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Gentleman's Military Interest Club


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About ilieff

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  1. During the period of 1878-1885 many Bulgarians were presented with the Order of Takovo. I cannot quote any number, but it was large enough for the Ministry of War to issue official documents outlining who, how and when can wear their foreign awards, the Takovo order being one of the prime awards mentioned.
  2. Former member of the Bulgarian Voluntary corps G. Ivanov with an impressive display of awards.
  3. The King in hussar uniform. Note the Constantinian order of St. George with the 'Bulgarian' type of jewelled crown - something we discussed in another thread.
  4. Hi, Unfortunately, I haven't got any info about this display. I only came across this photograph in the archives and decided to share it with you.
  5. Since we're on the topic of display of awards, here's another interesting one: Display of the honours, awards and orders awarded to Shipkoff's Rose essence factory. I did not know that corporate entities could be awarded with orders, too. Or... perhaps these include the personal decorations of the director himself. Opinions? Which is the French (?) order?
  6. Very nice. Vojvoda Stepanovic was the sole foreigner to have been decorated with the 2nd class order "For Bravery" during the Balkan wars. In total, during the period of 1912-1913, there were 9 decorations with the 2nd class order - all remaining 8 orders were given to Bulgarian generals (Savov, Fichev, Kutinchev, Ivanov, Dimitriev, Toshev, Dikov and Todorov).
  7. Very nice photo Paja. Thanks. By the way, this thread should not be treated as 'Bulgarian-related' only, even though it's currently the case. I'd be happy to see more interesting photographs of other countries too. As for the swords/no-swords dilemma - my understanding is that if there are crossed swords above the cross, then [in most cases] the lappets won't be there and vice versa. This suggests that if there weren't any swords present, then we should see the lappets of the crown. I can't. And no, the Princess wasn't the commander of a Bulgarian military unit, as far as I know. My thinking is that she's been given the St.Alexander order for Her personal deeds as a nurse in the field hospitals of the Great War.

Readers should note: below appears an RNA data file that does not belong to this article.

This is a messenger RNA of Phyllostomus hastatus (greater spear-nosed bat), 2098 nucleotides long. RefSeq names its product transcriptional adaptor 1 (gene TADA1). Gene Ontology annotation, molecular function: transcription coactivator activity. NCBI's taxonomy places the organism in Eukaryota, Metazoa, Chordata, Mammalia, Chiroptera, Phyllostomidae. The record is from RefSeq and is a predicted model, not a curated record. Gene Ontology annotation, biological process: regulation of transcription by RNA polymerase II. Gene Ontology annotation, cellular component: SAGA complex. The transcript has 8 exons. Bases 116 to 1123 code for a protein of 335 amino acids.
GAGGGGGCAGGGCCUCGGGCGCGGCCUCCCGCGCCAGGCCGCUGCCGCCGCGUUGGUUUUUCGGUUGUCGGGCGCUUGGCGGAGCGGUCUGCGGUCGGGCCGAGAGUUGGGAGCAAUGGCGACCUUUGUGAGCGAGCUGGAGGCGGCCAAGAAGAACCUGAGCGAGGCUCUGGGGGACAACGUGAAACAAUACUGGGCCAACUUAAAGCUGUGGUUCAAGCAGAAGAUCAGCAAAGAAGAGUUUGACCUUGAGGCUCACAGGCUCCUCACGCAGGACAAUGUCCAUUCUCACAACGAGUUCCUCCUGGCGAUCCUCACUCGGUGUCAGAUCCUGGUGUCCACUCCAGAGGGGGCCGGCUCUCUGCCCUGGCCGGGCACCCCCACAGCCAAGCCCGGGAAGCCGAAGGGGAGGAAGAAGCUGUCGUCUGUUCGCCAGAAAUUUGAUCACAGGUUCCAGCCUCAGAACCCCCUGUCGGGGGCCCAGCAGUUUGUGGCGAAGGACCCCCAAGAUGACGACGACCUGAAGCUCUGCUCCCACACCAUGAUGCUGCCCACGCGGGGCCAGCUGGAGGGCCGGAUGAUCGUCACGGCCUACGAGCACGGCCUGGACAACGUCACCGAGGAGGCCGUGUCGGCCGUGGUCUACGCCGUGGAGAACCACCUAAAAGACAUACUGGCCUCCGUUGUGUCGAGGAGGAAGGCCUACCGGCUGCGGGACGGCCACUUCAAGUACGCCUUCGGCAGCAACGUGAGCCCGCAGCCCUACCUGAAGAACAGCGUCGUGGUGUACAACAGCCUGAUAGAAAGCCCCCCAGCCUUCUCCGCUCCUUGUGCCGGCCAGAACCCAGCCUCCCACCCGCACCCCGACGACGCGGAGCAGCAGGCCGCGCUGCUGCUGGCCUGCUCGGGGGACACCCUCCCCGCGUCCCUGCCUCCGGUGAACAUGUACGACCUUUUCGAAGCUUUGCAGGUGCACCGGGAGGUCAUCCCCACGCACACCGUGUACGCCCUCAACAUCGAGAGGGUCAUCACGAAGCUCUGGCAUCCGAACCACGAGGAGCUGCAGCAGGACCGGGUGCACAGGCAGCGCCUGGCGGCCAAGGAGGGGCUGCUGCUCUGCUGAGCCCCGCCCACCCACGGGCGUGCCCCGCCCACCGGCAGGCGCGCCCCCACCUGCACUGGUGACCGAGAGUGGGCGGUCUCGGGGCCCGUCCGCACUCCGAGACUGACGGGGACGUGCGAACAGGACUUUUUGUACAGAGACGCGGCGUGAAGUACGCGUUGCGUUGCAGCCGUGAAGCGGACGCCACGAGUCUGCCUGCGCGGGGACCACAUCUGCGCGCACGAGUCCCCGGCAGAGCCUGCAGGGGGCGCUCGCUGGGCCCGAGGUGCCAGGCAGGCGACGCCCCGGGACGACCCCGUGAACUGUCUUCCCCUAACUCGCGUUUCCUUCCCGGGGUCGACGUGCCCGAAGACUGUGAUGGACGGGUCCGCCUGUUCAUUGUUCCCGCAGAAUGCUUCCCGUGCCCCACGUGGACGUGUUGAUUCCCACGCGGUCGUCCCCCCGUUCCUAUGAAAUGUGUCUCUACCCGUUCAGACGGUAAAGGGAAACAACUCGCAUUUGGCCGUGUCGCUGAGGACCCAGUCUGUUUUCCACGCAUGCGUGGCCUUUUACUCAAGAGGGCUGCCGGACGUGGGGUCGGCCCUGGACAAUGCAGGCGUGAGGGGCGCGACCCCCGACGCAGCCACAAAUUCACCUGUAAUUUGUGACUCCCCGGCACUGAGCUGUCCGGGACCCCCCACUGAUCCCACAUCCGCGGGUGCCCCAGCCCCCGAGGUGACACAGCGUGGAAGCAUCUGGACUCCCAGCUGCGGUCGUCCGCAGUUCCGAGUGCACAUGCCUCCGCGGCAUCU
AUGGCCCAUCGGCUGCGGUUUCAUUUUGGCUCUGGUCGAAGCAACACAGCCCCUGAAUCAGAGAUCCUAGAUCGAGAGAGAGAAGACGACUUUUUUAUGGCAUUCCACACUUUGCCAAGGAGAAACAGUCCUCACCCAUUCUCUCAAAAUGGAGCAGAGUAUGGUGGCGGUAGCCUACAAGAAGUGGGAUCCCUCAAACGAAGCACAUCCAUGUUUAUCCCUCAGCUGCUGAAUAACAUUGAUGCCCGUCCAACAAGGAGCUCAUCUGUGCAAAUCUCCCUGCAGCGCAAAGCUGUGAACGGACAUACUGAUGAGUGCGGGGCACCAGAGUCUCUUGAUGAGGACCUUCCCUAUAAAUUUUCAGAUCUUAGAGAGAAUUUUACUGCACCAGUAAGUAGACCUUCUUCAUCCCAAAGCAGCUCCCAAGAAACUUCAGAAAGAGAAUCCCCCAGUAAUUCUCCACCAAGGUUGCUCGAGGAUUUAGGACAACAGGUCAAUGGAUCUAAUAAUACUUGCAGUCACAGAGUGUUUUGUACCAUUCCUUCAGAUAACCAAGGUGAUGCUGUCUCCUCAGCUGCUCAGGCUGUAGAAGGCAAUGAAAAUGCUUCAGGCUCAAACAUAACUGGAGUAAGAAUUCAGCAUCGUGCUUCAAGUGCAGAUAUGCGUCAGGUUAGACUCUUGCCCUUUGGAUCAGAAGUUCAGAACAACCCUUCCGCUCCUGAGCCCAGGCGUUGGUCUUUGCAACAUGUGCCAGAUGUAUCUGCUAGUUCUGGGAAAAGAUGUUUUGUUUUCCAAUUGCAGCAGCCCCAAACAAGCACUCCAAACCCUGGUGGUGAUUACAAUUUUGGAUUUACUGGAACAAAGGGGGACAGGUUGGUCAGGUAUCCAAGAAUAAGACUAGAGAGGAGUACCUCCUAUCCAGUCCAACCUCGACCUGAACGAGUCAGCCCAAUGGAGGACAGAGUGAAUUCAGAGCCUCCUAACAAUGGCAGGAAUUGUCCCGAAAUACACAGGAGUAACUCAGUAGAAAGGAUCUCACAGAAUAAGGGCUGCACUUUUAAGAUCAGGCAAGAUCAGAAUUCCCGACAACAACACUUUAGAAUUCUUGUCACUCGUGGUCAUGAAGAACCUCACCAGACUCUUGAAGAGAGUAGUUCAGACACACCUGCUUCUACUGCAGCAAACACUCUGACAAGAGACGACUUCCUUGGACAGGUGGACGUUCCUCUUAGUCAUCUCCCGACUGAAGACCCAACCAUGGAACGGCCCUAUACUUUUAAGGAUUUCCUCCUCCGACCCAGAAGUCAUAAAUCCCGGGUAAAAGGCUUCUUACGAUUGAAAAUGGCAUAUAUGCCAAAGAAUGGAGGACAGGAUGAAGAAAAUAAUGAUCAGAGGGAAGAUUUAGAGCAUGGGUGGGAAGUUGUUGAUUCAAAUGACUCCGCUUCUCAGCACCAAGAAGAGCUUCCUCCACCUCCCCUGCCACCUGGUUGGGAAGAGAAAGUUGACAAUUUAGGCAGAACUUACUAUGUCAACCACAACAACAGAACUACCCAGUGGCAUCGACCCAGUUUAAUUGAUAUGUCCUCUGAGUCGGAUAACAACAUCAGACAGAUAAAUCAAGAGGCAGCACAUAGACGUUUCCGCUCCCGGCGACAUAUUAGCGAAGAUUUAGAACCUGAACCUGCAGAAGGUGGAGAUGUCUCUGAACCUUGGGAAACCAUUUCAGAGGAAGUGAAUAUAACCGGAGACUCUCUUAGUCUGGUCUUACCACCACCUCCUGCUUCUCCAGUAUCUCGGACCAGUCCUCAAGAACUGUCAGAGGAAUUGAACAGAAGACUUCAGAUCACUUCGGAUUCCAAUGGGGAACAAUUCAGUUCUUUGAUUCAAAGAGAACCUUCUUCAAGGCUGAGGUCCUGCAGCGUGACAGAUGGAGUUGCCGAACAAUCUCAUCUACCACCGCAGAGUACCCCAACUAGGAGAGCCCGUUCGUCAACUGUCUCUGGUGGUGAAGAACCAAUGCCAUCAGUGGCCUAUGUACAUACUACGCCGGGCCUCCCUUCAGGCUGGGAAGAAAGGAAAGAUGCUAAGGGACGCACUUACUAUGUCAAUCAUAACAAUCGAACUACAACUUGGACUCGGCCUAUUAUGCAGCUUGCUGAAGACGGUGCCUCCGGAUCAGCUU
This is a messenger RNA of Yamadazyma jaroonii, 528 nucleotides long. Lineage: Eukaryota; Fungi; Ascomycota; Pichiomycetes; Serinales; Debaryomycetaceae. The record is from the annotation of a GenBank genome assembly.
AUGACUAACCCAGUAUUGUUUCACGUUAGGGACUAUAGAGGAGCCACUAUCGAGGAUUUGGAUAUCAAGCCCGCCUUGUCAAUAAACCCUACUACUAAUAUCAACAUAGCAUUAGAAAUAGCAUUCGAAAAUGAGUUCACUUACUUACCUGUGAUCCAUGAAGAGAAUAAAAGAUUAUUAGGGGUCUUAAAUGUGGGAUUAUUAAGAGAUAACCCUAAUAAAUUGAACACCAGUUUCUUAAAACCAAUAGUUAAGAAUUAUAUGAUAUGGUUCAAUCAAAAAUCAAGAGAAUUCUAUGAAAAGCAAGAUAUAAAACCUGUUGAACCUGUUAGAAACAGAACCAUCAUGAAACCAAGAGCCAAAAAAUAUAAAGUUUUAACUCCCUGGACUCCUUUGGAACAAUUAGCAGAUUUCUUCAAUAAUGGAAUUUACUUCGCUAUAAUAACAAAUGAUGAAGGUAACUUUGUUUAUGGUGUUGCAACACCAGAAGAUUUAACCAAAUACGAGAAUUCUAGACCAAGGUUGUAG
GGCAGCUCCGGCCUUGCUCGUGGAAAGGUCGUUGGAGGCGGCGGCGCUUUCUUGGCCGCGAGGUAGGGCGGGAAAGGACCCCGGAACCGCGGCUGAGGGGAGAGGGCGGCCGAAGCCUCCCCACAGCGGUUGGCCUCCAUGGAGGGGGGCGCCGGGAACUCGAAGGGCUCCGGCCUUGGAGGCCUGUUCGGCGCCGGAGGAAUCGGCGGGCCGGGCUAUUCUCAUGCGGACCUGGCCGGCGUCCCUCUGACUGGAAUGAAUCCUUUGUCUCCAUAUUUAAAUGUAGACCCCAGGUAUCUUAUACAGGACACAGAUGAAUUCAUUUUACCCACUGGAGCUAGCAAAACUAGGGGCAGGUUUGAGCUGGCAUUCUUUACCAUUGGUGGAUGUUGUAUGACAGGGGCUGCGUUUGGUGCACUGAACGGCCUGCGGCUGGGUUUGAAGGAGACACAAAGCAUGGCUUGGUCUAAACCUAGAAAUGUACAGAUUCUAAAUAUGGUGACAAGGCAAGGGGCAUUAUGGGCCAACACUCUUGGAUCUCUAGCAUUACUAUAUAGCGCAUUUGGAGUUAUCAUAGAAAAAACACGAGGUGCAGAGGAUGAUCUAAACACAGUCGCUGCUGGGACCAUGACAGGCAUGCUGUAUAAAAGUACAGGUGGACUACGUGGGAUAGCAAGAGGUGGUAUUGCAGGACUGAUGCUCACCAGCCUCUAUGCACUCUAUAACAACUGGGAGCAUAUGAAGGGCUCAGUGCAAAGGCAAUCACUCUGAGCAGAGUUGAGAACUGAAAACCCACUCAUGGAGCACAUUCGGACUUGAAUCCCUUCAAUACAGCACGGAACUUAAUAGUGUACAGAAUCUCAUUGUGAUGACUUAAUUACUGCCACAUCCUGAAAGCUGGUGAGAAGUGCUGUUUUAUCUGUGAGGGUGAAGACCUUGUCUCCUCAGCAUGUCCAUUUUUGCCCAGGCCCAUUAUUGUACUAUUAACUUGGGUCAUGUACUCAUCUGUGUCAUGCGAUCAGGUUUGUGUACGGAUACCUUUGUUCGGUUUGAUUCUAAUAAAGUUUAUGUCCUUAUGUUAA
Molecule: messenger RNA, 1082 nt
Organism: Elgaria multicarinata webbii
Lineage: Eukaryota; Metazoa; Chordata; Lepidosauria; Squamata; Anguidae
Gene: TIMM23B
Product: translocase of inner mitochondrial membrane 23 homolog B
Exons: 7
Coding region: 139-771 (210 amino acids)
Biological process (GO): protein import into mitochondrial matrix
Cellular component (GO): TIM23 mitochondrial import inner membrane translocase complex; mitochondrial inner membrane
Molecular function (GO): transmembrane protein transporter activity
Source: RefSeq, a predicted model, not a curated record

8. Princess Nadezhda. It's interesting to see [what appears to be] a St.Alexander order on a ladies' ribbon and with crossed swords. It's news for me.
  9. Prime-minister Stambolov - one of the few Bulgarians to have been decorated with the 1st class of the bravery order. We can also see a diamond (?) St. Alexander star and perhaps a gold grade medal of merit.
  10. No idea. I do not collect awards, so I couldn't possibly know - just wanted to share the ad.
  11. More fake Military merit orders This one looks to have been made from scratch (perhaps a small portion of the parts of the cross might be genuine) and I must say that I am impressed (and worried). https://balkan.auction/en/auction/3910876/royal-order-for-merit-merit-iii-degree-borisovo-issue
  12. Rarest of things: Medal of merit - solid gold, 2nd Ferdinand emission If we assume that this is the original case, who would be the maker? Rothe? Or perhaps Schwerdtner? Image courtesy of Mr Manov, collector
  13. This video basically covers the above article about the baton but with subtitles in English. Enjoy
  14. Hi all, For those of you who can read Bulgarian, here's the source of the images: https://www.24chasa.bg/ojivlenie/article/6660366 By the way, this is yet another indicator that the King never wore a bravery order higher than the 3rd class he was given in WW1.
  15. Slightly off-topic: The mythical King Boris III's fieldmarshal's baton which was meant to be presented to Him (along with the corresponding military rank) just a fortnight after this death. Original invoice for the production this masterpiece was 148 229 reichsmarks, excluding the materials, I believe. Maker is Gerb.Godet&Co (supposedly, the best jewellers in Germany at that time). The baton is property of the National Military history museum but due to its high value, it's permanently stashed at the National Bank treasury deep underground.